Who is the real Filipino? Is he the one who spends a comfortable life in the Philippines and expatriates and then never mentions to his friends where he came from? Is she the househelp who marries a foreigner and hides that she already has a Filipino husband? We would like to think that these aren’t Filipinos at all, but monstrous aberrations. That a Filipino, once we set aside points on citizenship, should be, fundamentally, a proponent of its progress. Things are never that simple aren’t they?
Being a Filipino is a current state of mind. It is not a triviality in the guise of citizenship papers. How to get to that state, well, therein lies the predicament. You could be a Chinese citizen and still be Filipino. You could be an American expat and still be Filipino. You could abhor the Philippines and still be Filipino.
Why should Grace Poe’s citizenship be at all an issue, when election after election, we allow simpletons who have no shot at all of winning, having no resources, credentials; and worse, three seconds into their 20 seconds of media fame, we realize, that they’ve gone completely mental, but can run for office, technically, because the constitution allows it? There is such a thing as interpreting and implementing the law, but in this case, it’s just plain cat p-double-o-p.
You could be a million miles away on the other side of the Pacific, having relinquished citizenship for the opportunity to bleed away, three to four jobs a day. You could be that expatriate. The unfaithful adulterer, who drinks in pubs as a minute minority, disguised as an ‘Asian’ and lives in the hypothetical land ‘Youdonwanahearboutitllboreyoutodeath.’ But you call your family in the Philippines every day, and send them money for bragging-rights, smartphones, and other thingamajigs they don’t need, without a single solitary complaint.
You do not have to dig deep into the ground with the daintiest of brushes, unearth culture buried for centuries, to get a glimpse of your identity. To understand what being a real Filipino is, we discuss what it is not.
It is not where you were born.
Let’s be clear with the definition of Philippine citizenship: it is being born here, or raised here (10 years residency), or having Filipino blood (from at least one parent). Mull on that while listening to Sting sing: “Whoa hoe! I’m an alien, I’m a legal (or illegal, don’t tell Trump) alien, I’m an Englishman in New York!” In our hearts, we consider half-Filipinos to be full-fledged Filipinos as well. Even if they haven’t spent a day in the Philippines and can only speak ‘Mahal kita’ falteringly. It’s not like they need to learn a whole lot more than that. I wouldn’t teach them about Philippine pork politics, that’s for sure. Some foreigners have done more good for the Philippines than all of Malacanang’s pretenders combined.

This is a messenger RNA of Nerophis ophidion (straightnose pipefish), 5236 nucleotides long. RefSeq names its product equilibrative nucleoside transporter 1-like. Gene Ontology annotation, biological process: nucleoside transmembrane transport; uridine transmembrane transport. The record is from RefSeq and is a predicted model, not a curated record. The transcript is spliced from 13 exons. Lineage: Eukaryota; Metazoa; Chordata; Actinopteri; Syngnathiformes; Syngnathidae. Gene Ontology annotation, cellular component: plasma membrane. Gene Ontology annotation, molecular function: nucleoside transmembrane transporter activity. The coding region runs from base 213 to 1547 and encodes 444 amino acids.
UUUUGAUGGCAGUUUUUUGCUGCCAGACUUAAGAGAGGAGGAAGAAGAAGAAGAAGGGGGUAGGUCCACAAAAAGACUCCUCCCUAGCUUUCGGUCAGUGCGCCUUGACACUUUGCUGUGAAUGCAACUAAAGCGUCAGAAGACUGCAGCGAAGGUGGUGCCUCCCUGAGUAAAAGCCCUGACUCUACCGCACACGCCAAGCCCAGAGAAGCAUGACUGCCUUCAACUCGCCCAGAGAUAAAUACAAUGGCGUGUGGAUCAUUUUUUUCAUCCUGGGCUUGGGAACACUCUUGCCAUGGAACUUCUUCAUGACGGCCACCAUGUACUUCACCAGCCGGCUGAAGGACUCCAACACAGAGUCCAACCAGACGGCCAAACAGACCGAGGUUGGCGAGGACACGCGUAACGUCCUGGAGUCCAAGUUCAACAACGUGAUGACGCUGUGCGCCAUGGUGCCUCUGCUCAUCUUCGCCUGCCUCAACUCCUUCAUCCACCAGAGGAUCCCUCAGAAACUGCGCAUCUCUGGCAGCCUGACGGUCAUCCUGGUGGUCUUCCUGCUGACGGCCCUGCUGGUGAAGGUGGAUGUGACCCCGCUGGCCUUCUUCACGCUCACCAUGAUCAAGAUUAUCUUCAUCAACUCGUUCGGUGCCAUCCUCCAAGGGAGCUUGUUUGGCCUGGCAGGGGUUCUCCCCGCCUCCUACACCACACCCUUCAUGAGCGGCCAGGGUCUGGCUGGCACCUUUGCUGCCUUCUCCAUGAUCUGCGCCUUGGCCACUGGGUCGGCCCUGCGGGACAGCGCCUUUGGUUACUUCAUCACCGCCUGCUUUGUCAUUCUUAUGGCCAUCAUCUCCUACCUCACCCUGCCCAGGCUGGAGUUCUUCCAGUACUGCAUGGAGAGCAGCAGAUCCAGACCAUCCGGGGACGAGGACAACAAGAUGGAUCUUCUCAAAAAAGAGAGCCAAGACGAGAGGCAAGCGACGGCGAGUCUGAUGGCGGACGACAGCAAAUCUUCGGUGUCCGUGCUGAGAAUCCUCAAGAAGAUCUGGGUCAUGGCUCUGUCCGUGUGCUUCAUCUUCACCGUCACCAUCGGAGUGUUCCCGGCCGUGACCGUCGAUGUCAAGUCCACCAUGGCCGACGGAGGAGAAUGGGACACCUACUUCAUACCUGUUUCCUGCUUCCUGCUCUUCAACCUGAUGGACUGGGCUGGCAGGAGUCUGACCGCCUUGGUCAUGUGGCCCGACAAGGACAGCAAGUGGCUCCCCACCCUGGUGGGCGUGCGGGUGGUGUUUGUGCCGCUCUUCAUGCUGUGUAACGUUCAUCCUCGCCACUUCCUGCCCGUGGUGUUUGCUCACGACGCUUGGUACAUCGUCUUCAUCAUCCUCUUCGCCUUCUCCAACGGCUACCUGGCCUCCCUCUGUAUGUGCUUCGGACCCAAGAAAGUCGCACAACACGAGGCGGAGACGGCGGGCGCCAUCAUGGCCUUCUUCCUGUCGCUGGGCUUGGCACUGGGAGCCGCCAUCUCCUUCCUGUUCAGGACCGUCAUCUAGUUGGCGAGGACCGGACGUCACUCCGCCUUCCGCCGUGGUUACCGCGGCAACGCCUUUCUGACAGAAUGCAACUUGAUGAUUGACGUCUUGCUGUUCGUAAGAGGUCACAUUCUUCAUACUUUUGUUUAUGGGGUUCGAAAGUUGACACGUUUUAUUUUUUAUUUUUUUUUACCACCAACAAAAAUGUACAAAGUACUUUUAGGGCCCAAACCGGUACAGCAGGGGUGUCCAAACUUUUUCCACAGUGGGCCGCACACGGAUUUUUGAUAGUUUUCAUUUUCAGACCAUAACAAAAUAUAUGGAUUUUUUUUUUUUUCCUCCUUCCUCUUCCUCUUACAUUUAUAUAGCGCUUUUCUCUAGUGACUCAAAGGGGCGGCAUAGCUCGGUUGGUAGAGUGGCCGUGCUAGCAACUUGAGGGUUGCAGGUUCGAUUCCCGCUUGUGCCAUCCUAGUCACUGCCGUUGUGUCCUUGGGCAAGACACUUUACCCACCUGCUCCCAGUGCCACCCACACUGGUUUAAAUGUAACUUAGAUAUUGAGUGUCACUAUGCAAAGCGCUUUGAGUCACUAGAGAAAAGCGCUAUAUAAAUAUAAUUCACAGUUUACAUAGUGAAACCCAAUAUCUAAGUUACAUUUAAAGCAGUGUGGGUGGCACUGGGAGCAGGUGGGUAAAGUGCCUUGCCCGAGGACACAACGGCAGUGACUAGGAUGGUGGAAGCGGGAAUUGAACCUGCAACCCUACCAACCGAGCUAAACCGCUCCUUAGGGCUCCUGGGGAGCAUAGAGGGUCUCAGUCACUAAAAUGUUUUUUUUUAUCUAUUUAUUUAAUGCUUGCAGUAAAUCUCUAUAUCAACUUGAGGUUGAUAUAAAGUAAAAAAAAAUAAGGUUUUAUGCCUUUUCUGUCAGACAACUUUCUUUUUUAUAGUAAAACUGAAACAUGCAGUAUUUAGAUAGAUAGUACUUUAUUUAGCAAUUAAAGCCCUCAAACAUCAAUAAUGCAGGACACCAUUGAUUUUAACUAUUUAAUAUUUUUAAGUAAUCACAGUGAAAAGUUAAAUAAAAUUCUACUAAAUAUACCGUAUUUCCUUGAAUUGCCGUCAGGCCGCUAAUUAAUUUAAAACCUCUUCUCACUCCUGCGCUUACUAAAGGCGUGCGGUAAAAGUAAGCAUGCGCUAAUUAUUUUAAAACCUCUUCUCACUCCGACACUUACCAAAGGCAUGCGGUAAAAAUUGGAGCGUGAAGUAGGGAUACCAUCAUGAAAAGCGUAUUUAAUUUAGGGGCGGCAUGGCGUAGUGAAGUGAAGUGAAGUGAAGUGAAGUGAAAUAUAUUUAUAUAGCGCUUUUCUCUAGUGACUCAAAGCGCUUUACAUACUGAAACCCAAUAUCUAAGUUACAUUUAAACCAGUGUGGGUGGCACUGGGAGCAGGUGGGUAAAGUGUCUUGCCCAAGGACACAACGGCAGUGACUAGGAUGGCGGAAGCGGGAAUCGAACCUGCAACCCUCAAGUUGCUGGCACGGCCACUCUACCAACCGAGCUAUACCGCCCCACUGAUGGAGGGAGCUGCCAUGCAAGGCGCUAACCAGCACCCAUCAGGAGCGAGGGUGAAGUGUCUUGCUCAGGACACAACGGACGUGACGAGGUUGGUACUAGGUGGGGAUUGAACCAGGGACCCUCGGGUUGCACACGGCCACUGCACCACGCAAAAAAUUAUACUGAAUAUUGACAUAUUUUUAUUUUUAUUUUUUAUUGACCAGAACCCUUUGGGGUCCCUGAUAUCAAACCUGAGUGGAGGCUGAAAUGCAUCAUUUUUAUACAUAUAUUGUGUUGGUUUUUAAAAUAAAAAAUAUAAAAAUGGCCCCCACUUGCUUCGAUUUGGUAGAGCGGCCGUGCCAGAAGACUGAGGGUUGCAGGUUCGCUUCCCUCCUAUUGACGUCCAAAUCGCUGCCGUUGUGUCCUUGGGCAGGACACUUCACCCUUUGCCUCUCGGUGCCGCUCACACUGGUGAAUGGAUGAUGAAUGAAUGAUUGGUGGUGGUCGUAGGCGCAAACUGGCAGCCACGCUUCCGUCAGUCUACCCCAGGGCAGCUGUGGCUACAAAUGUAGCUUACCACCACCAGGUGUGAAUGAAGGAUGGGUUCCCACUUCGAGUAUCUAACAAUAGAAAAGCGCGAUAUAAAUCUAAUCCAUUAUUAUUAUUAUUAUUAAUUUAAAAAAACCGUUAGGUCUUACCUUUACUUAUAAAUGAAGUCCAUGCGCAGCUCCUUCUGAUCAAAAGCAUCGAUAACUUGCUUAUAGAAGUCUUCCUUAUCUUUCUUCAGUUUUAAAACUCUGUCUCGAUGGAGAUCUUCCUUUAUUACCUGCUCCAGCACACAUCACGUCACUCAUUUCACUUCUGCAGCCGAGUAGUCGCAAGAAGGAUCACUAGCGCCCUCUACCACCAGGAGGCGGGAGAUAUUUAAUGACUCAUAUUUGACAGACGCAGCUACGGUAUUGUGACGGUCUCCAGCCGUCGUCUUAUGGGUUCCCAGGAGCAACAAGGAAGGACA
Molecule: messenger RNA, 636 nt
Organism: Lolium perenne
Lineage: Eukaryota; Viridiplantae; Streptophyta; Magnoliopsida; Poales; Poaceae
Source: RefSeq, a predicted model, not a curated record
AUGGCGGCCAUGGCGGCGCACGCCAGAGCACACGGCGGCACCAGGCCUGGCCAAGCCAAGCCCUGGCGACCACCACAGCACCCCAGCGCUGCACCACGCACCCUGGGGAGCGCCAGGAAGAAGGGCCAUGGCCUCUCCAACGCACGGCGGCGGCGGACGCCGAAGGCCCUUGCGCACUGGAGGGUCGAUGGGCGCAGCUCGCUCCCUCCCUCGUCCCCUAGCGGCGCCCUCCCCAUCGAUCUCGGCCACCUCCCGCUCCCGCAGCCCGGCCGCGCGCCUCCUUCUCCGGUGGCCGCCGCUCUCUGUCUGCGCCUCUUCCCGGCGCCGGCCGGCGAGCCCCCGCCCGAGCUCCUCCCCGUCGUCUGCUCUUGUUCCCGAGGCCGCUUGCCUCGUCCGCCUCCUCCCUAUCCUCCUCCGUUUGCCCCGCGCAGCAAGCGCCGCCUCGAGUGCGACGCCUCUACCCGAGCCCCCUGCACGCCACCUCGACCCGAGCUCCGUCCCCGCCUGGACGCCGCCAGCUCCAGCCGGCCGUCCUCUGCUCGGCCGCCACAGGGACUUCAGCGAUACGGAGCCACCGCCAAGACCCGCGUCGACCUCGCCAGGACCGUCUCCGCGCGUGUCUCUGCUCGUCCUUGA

It is not how you look.
As Stephen Curtis Chapman puts it, you could have a Jesus fish sticker on your car, and yet be something else other than a Christian. Being a Filipino, is not just having skin richly slathered in chocolate, because we are a rich melting pot of races. You could be a morena, and yet be part Chinese-Spanish-American-Indonesian-British-Irish-German. If you’re a Filipino, you never really know for sure. You could be a lumad, a katutubo, a native; and be garbed in your traditional fibres, like that singing contest kid Reinan (they should’ve let Mandy, the half-German girl slip by the second round), and it would be triumphant, no doubt. Still, in the global setting, in which we are currently in, being a representative of a country has more to do with acting the part, and not just looking it. Charlatans abound you know, or as the youngsters put it, ‘posers.’
It is not how you act.
Now comes the tricky part. Most of us would readily agree to the presumption that if a man acts with justice, then that man is good. A Filipino who acts in the interest of the Philippines is a patriot. While true to a certain extent, we should also consider the intent behind that act. Like the example in the first paragraph of a person who hides Filipino genealogy when with friends but religiously remits hard-earned dollars to his relatives in the Philippines. We need to know the entirety of a person’s story. Is said lineage hidden to avoid discrimination? In the course of the relationship, and in a land of immigrants, is it polite as a topic for friendly conversation?
It is not how you feel.
The Philippines for you might be a steaming pile of ‘fresh’ pagpag, with larval garnishings. That…might be true. That’s the beauty of being in a democracy. You can be as emotional as you want and nobody’s going to tell you to shut the hell up. Some might. Don’t mind them, they’re just teasing. That’s nationalism dressed as repulsion. Let it foment, don’t try to fight it. Filipinos are as melodramatic as they come. Only proves that you ARE one of us. Just like pagpag is supposed to be anything but fresh, we cannot be anything but a boiling cauldron of emotions.
We do not know for sure whether a person, born and raised in the Philippines, or elsewhere is a real Filipino. We have no way to pick a person’s brain, unless all the facts and nuances of why they think the way they do are revealed to us. And what are the chances of that happening in this competitive globalized arena where everyone’s busy covering ass?
But YOU know who you are.
You my friend, are the real Filipino. You may not currently feel like you are. But you are.
No matter how much we try to reinvent ourselves to hide it, we are. So we might as well stop yapping and start doing something about it.
Start with progress for all in mind.
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